I took my old man to the ballpark Saturday night and we had a great time. Good game, good seats, and a good win. But something is different at the Trop. It seems like it is missing that buzz.
I know. I know. The buzz? Really? What an objective, measurable, easy-to-describe contention.
Nevertheless, I thin it merits discussion.
In recent years, crowd-size aside, there has always been a buzz of excitement in the Trop. In thinking about it yesterday, the buzz came from two places. First, we knew the Rays were going to push the envelope and force something exciting to happen. Second, it was easy to believe that the Rays had a shot to win at nearly every point of nearly every game (and, if anyone doubted that, we had also knew Dan Johnson was hitting off a tee somewhere so we held out hope). Both of those elements were missing Saturday night (in a game we won).
The 2008-2011 Rays had something of a reckless streak. They were fun to watch because they played games to win rather than to avoid losing. I never wanted to leave my seat to get a dog or a beer or go to the bathroom because I wanted to see what they were going to try next. They were moving runners, using odd strategies (find me one person that went to the bathroom with runners on the corners and less than 2 outs, you can’t), challenging good hitters in the strike zone, and making aggressive hustle plays on defense. They created a style of baseball based on speed and hustle that I couldn’t take my eyes off. It was almost a little exhausting.
They also were really, really good. Even in 2009 and the early parts of 2010 when they struggled, there was always a feeling that they were going to win. I didn’t attend too many home losses during that stretch but, whenever I was in the ballpark, it seemed like the conversations around me were not asking if the Rays would win but, rather, how they were going to pull this one out. Those conversations were justified in light of the talent in the lineup and on the bench.
All of that was missing Saturday night. There was not a single at bat in the entire game that felt unmissable (no, that isn’t a word, but it’s my blog so back off). In fact, I was struck by the number of people coming and going from the seats in the middle of the action. (On a side note, I thought we had all agreed that common courtesy dictates that fans do not leave seats or come back to seats during live action. Isn’t that in the Constitution? You wait for a stoppage in play and then hustle so your entire row isn’t standing right in the middle of an at bat. Right? Am I just being cantankerous?) The game was exciting and, aside from that bizarre pickoff move to third, well-played. But there was no anticipation of something great. No feeling like the Rays were going to push the envelope to force Boston’s hand. Nothing keeping anyone glued to their seat before it happened.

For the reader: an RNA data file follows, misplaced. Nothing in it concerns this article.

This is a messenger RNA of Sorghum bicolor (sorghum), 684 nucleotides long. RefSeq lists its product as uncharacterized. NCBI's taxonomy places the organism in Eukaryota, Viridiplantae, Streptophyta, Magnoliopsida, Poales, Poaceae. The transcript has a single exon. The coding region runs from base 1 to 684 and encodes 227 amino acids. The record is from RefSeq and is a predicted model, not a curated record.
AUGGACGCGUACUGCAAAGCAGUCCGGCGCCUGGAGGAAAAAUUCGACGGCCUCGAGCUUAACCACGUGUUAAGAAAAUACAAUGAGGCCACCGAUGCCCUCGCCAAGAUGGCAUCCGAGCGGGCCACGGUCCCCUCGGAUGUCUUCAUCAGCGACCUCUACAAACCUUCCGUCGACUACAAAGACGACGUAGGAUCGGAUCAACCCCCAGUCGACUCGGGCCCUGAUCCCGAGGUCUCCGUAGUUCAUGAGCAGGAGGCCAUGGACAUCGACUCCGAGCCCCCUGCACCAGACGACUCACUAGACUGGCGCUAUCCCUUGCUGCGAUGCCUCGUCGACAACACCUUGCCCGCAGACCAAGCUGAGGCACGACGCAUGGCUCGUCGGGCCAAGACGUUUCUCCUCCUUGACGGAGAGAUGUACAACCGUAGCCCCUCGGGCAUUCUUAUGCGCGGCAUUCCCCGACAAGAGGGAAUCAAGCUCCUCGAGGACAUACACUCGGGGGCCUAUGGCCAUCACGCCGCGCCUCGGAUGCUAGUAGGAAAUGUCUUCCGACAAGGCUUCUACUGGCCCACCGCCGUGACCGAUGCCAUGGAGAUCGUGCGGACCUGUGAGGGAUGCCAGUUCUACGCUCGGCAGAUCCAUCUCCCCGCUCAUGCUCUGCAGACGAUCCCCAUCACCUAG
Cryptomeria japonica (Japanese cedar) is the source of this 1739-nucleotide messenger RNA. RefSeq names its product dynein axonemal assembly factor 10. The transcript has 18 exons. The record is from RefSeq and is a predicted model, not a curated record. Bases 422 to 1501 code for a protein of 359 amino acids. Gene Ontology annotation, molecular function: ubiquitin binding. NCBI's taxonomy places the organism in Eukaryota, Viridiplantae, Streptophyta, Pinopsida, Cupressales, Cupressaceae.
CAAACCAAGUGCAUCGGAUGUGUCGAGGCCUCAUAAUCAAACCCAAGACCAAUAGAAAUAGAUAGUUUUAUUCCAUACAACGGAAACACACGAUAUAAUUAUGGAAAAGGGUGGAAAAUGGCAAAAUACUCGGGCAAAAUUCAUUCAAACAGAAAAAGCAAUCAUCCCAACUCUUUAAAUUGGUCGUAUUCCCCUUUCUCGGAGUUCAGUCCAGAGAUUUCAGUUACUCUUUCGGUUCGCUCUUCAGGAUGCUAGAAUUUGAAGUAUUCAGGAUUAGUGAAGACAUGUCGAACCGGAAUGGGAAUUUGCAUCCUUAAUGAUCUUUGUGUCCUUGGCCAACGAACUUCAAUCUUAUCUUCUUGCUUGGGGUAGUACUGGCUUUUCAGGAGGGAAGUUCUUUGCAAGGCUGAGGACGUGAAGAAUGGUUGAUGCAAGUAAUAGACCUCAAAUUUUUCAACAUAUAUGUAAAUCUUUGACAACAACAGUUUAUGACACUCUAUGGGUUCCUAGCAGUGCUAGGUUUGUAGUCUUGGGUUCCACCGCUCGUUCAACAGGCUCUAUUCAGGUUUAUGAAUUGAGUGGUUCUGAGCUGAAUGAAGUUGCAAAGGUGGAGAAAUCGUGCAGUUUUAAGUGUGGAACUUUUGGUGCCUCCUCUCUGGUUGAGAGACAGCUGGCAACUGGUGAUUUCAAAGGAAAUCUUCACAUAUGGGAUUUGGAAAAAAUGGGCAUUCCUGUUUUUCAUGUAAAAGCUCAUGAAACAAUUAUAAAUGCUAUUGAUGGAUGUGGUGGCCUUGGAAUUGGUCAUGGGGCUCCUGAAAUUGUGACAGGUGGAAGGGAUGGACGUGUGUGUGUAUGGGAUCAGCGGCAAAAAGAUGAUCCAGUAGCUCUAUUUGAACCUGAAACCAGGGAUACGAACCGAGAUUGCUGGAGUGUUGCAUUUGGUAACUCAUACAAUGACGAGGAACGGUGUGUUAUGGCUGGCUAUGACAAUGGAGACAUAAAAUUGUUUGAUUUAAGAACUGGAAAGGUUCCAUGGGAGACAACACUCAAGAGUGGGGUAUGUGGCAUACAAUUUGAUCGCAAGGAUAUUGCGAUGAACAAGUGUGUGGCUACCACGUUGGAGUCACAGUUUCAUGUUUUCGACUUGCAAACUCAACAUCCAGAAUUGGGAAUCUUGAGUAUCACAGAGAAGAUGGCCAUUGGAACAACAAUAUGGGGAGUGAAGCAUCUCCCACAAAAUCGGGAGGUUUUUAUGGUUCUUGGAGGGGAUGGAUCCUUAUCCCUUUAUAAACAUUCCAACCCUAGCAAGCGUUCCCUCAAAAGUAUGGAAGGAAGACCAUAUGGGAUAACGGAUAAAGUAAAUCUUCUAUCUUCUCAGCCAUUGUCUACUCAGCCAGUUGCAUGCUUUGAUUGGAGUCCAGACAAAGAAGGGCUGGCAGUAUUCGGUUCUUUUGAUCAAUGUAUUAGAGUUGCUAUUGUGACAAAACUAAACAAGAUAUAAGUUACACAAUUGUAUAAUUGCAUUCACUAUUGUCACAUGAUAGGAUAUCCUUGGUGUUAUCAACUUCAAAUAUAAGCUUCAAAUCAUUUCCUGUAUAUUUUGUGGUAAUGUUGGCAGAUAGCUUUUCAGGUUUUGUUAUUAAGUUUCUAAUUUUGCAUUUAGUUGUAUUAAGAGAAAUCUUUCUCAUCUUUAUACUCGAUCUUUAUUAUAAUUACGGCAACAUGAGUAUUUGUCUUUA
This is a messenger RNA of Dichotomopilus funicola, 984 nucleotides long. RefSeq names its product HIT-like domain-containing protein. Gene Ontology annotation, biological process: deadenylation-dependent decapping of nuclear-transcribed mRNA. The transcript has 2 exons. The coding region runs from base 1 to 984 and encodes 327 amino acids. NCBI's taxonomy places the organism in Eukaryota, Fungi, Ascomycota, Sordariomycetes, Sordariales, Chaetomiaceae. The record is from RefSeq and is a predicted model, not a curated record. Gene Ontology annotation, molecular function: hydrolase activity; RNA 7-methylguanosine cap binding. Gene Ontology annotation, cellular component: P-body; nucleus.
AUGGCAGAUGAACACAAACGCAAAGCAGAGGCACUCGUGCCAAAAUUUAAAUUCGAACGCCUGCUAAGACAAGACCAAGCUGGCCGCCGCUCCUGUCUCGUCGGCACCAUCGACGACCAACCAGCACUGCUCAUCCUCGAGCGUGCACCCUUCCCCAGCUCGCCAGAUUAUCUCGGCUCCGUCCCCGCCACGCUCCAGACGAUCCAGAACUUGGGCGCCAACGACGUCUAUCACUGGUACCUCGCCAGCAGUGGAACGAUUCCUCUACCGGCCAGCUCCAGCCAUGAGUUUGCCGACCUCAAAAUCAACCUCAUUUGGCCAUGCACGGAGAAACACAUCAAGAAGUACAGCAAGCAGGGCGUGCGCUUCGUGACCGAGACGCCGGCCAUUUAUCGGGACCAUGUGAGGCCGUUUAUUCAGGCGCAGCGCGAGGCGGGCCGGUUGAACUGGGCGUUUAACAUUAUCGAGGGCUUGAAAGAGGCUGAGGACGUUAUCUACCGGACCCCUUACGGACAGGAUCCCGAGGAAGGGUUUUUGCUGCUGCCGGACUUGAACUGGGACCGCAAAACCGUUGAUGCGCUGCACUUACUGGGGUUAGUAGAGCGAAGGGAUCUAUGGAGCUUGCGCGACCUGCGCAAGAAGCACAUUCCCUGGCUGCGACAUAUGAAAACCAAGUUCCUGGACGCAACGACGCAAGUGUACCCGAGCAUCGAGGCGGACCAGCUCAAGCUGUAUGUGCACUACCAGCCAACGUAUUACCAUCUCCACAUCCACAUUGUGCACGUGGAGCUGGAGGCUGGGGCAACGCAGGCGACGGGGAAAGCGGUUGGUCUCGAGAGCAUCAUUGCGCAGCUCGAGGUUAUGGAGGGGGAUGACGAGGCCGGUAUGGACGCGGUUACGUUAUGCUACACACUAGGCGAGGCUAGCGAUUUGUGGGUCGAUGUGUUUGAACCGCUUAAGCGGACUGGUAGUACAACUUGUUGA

There also didn’t seem to be any confidence that we were going to win. In fact, when Will Middlebrooks hit that bomb to left-centerfield, and again when Kelly Shoppach scored on the errant pickoff throw, the overwhelming feeling I got from the crowd was ‘oh, this is how we lose tonight.’ No one said it, but the feeling was in the air. I know the feeling well because it pervaded the ballpark throughout my seasons in Devil Rays PR. (In fact, on at least two occasions I said to my dad ‘I have an ominous feeling that Ortiz is going to hit a cruise missile into the rightfield seats here,’ an expression I haven’t used since 2007).
I don’t want to overstate things here. It isn’t that the game wasn’t fun. And it isn’t that the game wasn’t exciting. It was both of those. I was also really impressed with the dedication of the fans around us (besides the one guy rooting for free pizza for the last three innings. I mean, I guess I am ok with that but, if no one laughs the first time, maybe give the ‘I don’t care what happens as long as four more guys strike out’ routine a rest. Or, save it for between strikeout 9 and 10. Starting at 6 is pushing the envelope a tad.) I am merely saying that the excitement happened despite the crowd’s expectations to the contrary. It did not seem like anyone in the place expected that we would do anything that we ultimately did.
Am I reading too much into this? I know our lineup is being held together with spit and glue at the moment. But, we can all admit that this team isn’t setting our hair on fire for baseball. Right? Anyone feel differently when they are in the Trop? Was I just too near a bunch of Boston vacationers?